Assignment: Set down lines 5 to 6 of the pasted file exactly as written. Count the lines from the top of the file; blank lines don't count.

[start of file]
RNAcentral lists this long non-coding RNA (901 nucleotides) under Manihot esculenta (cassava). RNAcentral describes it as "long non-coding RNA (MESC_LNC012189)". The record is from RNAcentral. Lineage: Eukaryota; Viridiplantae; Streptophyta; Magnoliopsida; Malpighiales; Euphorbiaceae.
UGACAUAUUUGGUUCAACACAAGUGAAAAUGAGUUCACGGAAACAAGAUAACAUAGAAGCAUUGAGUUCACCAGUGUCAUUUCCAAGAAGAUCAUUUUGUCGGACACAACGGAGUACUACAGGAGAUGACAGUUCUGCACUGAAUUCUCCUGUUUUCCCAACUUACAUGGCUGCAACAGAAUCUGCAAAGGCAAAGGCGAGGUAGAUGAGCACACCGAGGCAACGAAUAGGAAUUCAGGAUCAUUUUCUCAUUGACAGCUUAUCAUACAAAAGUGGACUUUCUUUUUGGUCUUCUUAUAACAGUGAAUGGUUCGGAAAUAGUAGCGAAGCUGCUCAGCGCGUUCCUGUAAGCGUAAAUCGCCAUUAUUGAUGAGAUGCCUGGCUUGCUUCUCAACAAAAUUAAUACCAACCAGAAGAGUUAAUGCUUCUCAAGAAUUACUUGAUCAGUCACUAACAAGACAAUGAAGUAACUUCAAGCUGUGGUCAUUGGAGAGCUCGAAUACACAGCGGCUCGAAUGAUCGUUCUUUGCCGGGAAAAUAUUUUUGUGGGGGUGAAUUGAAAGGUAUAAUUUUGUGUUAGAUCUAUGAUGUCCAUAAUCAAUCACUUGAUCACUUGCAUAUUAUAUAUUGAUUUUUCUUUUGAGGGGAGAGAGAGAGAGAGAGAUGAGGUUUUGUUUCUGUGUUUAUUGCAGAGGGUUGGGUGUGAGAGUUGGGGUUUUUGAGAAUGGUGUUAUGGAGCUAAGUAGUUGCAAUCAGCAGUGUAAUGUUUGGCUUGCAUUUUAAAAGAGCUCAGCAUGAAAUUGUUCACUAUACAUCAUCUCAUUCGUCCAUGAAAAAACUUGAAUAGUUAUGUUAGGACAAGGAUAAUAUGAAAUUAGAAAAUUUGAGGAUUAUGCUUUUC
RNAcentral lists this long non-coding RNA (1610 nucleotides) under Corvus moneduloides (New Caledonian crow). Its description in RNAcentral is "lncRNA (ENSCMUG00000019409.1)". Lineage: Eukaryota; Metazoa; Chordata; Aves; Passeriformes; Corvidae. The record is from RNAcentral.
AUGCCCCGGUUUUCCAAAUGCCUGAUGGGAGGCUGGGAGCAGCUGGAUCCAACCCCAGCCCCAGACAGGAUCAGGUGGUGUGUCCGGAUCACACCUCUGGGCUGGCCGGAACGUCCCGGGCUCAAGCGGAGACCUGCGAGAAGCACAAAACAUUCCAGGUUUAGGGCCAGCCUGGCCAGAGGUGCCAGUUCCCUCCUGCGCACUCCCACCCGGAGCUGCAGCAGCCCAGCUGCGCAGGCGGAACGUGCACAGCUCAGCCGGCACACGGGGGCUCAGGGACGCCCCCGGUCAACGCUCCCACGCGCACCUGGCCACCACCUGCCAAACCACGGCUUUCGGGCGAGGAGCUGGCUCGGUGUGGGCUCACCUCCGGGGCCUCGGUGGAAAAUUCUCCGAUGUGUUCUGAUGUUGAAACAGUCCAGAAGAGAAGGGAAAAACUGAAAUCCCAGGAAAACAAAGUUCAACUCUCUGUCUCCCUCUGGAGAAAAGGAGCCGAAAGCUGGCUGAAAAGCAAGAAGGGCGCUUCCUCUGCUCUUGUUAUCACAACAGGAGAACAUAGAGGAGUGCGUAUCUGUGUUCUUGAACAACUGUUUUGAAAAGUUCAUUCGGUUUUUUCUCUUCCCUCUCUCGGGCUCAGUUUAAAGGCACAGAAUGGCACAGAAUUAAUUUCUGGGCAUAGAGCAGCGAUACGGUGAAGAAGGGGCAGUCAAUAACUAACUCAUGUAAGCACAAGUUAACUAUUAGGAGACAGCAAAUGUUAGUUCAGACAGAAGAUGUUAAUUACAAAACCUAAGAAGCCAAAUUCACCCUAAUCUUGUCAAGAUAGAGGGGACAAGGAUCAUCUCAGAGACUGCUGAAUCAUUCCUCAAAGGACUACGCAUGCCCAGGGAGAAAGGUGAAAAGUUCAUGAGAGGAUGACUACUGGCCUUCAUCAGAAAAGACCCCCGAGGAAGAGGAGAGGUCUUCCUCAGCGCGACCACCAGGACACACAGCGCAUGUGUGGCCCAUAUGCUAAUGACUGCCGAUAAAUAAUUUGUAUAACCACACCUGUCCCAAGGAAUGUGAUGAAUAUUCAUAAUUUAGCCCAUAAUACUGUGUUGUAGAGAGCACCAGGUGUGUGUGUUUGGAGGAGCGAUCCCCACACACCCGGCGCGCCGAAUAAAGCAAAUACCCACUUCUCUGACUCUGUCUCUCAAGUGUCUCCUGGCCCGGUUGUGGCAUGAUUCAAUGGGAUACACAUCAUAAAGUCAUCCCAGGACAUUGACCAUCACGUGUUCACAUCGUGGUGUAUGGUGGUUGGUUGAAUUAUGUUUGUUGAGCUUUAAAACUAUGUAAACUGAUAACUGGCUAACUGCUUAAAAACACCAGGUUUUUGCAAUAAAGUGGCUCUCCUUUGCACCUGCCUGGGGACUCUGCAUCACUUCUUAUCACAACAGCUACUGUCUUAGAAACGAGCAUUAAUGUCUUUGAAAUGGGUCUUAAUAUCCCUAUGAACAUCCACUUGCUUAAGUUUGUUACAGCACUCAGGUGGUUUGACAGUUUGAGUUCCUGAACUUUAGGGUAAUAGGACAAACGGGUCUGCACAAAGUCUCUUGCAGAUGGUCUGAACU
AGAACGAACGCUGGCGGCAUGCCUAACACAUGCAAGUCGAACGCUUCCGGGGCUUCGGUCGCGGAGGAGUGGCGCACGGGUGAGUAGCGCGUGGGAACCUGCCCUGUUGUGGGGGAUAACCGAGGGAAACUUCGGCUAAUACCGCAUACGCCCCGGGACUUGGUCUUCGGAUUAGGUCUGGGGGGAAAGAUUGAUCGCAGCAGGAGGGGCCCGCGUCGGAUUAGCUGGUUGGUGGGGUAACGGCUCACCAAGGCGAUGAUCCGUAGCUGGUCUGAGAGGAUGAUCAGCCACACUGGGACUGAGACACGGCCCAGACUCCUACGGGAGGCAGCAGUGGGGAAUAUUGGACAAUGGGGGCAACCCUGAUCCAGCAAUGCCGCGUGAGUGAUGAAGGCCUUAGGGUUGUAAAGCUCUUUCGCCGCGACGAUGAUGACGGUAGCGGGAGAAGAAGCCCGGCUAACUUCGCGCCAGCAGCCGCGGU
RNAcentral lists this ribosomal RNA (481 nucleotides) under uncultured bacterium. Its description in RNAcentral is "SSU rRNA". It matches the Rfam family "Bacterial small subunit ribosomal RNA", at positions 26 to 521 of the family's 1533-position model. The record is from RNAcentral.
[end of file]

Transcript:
AGAACGAACGCUGGCGGCAUGCCUAACACAUGCAAGUCGAACGCUUCCGGGGCUUCGGUCGCGGAGGAGUGGCGCACGGGUGAGUAGCGCGUGGGAACCUGCCCUGUUGUGGGGGAUAACCGAGGGAAACUUCGGCUAAUACCGCAUACGCCCCGGGACUUGGUCUUCGGAUUAGGUCUGGGGGGAAAGAUUGAUCGCAGCAGGAGGGGCCCGCGUCGGAUUAGCUGGUUGGUGGGGUAACGGCUCACCAAGGCGAUGAUCCGUAGCUGGUCUGAGAGGAUGAUCAGCCACACUGGGACUGAGACACGGCCCAGACUCCUACGGGAGGCAGCAGUGGGGAAUAUUGGACAAUGGGGGCAACCCUGAUCCAGCAAUGCCGCGUGAGUGAUGAAGGCCUUAGGGUUGUAAAGCUCUUUCGCCGCGACGAUGAUGACGGUAGCGGGAGAAGAAGCCCGGCUAACUUCGCGCCAGCAGCCGCGGU
RNAcentral lists this ribosomal RNA (481 nucleotides) under uncultured bacterium. Its description in RNAcentral is "SSU rRNA". It matches the Rfam family "Bacterial small subunit ribosomal RNA", at positions 26 to 521 of the family's 1533-position model. The record is from RNAcentral.